Legal Information Centre

28 July 2008 by Mary Heaney

Local government

Local authorities are responsible for a huge range of activities that affect our lives and, inevitably, they don't always get it right. So if you feel as if you have been unfairly treated, how can you go about seeking some action or redress?

There's more to local government than planning, parking tickets and potholes. Local authorities are responsible for a huge range of activities that affect our lives and, inevitably, they don't always get it right. So if you feel as if you have been unfairly treated, how can you go about seeking some action or redress?


According to the Local Government Association, almost all councils say they experienced a rise in claims against them in recent years, thanks in part to the availability of 'no win, no feel' fee deals from solicitors and  claims handling companies and the introduction of the Human Rights Act. Most legal action against councils falls into one of a few areas - personal injury, housing, employment, education, social services and discrimination claims are increasing too as more anti-discrimination legislation comes on-stream.


For many complaints against local authorities, however, there are plenty of remedies available that do not require you to set foot in a courtroom. All councils have an official complaints procedure, although this may operate slightly different between councils, with a right of appeal to the independent Local Government Ombudsman   The initial target of any complaint should be the head of the council department  responsible – if this does get a result, then the next port of call should be the council's complaints officer and, if you're still not happy, your local councillor or the councillor with responsibility for  the department you are complaining about. When these avenues are exhausted, you can appeal to the Local Government Ombudsman ( who has the power to intervene with the council.


Some specific areas, such as parking and social services, have their own complaints and appeals procedures while, in England, complaints about the ethical behaviour of individual councillors are handled by the Standards Board of England (


The ultimate legal sanction against local authorities is to take them to Judicial Review if you have evidence that a council has exceeded its legal authority or been unreasonable – unlike the Government appeals to the Ombudsman, this is a long, expensive and public process for individuals to undertake and is should be treated as a last resort.


Another tool at your disposal when dealing with public authorities is the Freedom of Information Act, which came into force at the beginning of 2005 and gives individuals the right to see a wide range of policy documents and statistics held by councils. Some information remains confidential, but requests are usually free.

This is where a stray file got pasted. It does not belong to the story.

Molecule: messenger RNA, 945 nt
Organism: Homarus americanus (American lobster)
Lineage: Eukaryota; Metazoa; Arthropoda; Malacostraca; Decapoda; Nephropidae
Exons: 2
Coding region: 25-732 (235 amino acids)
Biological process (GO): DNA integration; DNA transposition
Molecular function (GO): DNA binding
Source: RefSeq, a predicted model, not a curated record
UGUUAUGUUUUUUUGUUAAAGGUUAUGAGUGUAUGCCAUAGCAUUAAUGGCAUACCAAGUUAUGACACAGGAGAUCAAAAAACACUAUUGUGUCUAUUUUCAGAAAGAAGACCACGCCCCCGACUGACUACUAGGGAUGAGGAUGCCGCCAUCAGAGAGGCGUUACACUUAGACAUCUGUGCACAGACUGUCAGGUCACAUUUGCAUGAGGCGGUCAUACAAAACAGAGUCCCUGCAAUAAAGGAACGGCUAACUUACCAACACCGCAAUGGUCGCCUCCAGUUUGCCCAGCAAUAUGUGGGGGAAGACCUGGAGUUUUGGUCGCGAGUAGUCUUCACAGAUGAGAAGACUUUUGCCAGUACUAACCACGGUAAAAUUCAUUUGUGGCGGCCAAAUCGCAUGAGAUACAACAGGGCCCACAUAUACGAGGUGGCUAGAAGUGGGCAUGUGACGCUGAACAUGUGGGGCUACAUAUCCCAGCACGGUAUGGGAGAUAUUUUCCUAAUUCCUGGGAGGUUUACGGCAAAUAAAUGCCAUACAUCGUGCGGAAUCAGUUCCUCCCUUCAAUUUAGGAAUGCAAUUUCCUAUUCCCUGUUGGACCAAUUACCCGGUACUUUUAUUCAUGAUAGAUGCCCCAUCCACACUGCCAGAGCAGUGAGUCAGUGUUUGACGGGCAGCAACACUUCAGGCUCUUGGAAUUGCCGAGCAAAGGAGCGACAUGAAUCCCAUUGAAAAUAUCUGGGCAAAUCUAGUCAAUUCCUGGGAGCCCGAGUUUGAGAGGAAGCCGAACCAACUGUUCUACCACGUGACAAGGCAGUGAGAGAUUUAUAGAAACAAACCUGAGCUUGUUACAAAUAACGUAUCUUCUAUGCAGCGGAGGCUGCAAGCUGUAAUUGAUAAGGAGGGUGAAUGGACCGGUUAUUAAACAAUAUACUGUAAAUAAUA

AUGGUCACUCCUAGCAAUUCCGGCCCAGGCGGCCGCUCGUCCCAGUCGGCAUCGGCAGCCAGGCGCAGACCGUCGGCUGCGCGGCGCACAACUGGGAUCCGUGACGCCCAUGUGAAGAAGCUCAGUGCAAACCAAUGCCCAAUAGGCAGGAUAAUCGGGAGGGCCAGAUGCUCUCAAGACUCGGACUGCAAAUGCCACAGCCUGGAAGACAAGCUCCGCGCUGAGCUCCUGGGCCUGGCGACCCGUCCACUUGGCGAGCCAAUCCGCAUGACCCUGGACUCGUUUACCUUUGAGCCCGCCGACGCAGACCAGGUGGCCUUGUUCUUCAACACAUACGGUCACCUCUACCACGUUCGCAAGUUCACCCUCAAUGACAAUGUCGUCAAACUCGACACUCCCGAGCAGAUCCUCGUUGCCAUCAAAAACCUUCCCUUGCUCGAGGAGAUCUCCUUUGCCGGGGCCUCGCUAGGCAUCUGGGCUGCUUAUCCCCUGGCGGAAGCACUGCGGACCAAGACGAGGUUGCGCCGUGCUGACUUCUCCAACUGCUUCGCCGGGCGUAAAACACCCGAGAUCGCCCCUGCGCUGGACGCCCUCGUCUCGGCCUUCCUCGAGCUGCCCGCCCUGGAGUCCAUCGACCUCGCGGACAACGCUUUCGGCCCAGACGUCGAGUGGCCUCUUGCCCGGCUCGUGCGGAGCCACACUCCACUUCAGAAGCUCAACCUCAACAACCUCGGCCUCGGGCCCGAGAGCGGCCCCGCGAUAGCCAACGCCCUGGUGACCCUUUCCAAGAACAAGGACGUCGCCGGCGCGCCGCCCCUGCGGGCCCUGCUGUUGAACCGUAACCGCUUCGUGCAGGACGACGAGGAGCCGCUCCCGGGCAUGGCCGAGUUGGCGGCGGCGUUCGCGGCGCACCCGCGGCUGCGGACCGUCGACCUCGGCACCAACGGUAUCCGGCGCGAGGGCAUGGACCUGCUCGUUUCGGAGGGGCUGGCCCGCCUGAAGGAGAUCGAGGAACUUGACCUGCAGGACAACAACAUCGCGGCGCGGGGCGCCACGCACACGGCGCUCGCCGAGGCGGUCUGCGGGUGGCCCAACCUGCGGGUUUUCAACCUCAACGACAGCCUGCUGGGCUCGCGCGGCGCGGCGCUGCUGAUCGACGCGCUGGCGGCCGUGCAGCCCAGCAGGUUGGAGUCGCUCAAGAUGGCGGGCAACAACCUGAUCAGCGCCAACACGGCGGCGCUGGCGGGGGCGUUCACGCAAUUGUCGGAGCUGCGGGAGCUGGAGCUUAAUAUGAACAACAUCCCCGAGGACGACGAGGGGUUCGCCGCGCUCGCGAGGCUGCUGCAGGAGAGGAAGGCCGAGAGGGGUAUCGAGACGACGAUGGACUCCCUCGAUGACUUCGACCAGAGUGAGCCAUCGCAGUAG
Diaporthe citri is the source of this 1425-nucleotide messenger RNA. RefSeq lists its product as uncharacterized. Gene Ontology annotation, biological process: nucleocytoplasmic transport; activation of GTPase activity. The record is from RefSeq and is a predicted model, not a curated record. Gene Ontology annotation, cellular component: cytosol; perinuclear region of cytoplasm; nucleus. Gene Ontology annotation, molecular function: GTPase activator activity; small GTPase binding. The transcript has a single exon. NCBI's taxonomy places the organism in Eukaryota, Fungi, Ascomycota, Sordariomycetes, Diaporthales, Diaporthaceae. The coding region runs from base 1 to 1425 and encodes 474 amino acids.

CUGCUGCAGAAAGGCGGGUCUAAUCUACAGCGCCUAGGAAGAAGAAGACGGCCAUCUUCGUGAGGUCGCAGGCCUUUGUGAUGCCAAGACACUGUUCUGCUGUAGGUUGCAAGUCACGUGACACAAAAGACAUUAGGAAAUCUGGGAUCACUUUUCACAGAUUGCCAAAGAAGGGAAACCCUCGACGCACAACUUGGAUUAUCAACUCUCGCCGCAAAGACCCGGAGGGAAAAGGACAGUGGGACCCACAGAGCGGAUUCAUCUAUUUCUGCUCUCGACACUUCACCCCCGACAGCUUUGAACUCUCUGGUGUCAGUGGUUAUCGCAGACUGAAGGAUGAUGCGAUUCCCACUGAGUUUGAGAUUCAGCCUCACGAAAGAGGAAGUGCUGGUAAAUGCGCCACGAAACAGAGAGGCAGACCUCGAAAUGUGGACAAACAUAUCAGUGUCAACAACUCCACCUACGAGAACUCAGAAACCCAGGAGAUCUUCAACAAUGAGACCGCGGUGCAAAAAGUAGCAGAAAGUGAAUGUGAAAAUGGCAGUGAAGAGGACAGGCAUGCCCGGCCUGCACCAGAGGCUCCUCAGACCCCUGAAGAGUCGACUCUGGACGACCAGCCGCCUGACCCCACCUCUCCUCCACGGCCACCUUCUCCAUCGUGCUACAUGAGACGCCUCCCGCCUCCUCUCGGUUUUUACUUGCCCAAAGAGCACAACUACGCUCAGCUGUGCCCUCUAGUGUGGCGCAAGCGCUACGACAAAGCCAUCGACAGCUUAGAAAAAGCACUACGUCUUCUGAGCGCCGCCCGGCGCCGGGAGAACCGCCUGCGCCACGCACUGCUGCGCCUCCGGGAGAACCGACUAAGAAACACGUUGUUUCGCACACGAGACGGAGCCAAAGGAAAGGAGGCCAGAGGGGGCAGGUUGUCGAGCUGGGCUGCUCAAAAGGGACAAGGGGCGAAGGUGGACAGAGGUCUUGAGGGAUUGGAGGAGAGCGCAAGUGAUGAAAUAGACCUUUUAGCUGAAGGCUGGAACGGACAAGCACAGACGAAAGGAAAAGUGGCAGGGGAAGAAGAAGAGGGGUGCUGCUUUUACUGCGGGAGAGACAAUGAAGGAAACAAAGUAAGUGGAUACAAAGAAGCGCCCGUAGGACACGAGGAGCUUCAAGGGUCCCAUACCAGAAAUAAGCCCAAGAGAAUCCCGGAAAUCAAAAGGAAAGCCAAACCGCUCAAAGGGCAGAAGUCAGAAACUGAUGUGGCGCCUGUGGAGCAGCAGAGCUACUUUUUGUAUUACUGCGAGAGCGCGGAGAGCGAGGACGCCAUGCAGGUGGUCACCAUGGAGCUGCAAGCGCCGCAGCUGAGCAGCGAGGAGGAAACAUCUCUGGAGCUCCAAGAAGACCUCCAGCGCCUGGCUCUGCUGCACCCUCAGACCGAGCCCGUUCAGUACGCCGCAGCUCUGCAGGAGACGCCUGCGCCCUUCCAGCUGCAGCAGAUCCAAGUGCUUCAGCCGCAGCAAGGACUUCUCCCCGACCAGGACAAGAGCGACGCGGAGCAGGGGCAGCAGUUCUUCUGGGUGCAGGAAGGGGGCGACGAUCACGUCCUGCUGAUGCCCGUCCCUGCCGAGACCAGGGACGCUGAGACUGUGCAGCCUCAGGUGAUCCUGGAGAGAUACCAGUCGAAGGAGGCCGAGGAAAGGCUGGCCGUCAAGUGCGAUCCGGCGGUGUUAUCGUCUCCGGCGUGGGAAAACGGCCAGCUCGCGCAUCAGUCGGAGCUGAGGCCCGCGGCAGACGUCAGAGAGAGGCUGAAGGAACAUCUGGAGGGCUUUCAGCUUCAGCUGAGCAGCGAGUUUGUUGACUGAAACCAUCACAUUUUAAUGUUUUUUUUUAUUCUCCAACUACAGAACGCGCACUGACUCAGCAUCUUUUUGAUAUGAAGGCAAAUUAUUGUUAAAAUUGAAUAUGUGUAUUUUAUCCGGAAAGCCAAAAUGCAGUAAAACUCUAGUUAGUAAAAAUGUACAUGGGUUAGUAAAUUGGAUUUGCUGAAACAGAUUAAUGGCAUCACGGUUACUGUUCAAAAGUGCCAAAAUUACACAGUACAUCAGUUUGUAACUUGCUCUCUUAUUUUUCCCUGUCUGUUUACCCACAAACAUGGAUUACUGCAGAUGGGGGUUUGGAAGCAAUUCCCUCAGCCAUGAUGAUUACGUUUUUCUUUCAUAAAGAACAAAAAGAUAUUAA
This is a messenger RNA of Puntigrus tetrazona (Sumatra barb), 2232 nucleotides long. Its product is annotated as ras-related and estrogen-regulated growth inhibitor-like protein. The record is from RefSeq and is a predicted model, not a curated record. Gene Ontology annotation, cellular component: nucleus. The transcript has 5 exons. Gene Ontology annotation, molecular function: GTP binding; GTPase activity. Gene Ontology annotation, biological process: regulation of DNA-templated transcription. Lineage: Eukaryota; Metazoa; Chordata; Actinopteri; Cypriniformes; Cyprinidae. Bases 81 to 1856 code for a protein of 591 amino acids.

Council Tax


Council tax levels have been increasing faster than inflation for some years now and as they do, so the number of complaints about have mushroomed too. Most administrative issues – if you think you apply for an exemption, for example, or you think you qualify for a discount - can be dealt directly by your local council, but if this does not resolve your complaint, then you have a right of appeal to the the Valuation Tribunal within two months of the council's decision. This involve either a hearing or submission of evidence on paper and you can be represented by a solicitor if you prefer (although no funding is available to pay for this).


Another increasingly common source of appeals is the valuation of property for council tax. Although the last valuation for council tax banding was made back in 1991, council tax payers are still making successful appeals against their valuations, especially where they are different from similar properties nearby. Appeals against council tax banding are dealt with by the Valuation Office Agency (, on whose website you can also check the banding of your neighbours' houses.



Few issues raise more passion than planning and as property prices soar and the government and councils look for new land to tackle housing shortages, planning decisions are becoming more and more controversial. But if somebody is intending to re-route the local by-pass through your back garden, you can don;t just have to sit there and take it.


For all but the biggest projects your local council – district, borough or unitary, depending on where you live - is the initial arbiter of planning applications. On receiving an application, a council must notify neighbouring residents and other interested parties and allow them 21 days to object or suggest changes. A council planning officer will make a recommendation based on national planning guidelines, its own local development plans and the comments it receives from the neighbours and the final decision is usually made by the council's head of environment.


If the plan is rejected, the applicant can appeal (within six months) to The Planning Inspectorate, although the grounds on which appeals can be made are limited and a more successful approach is often to work with the council to amend the original proposal rather than appeal. Appeals are often considered without a personal hearing, but if there is a hearing than either side can be liable for the other side's costs if they are unsuccessful. Those who objected to the original application will also be informed of the appeal so that they can comment again.


Very large or controversial schemes can be 'called in' by the  Department of  Communities and Local Government and decided by the Deputy Prime Minister, while councils also take legal action on behalf of their residents against planning decisions made at national or regional level.

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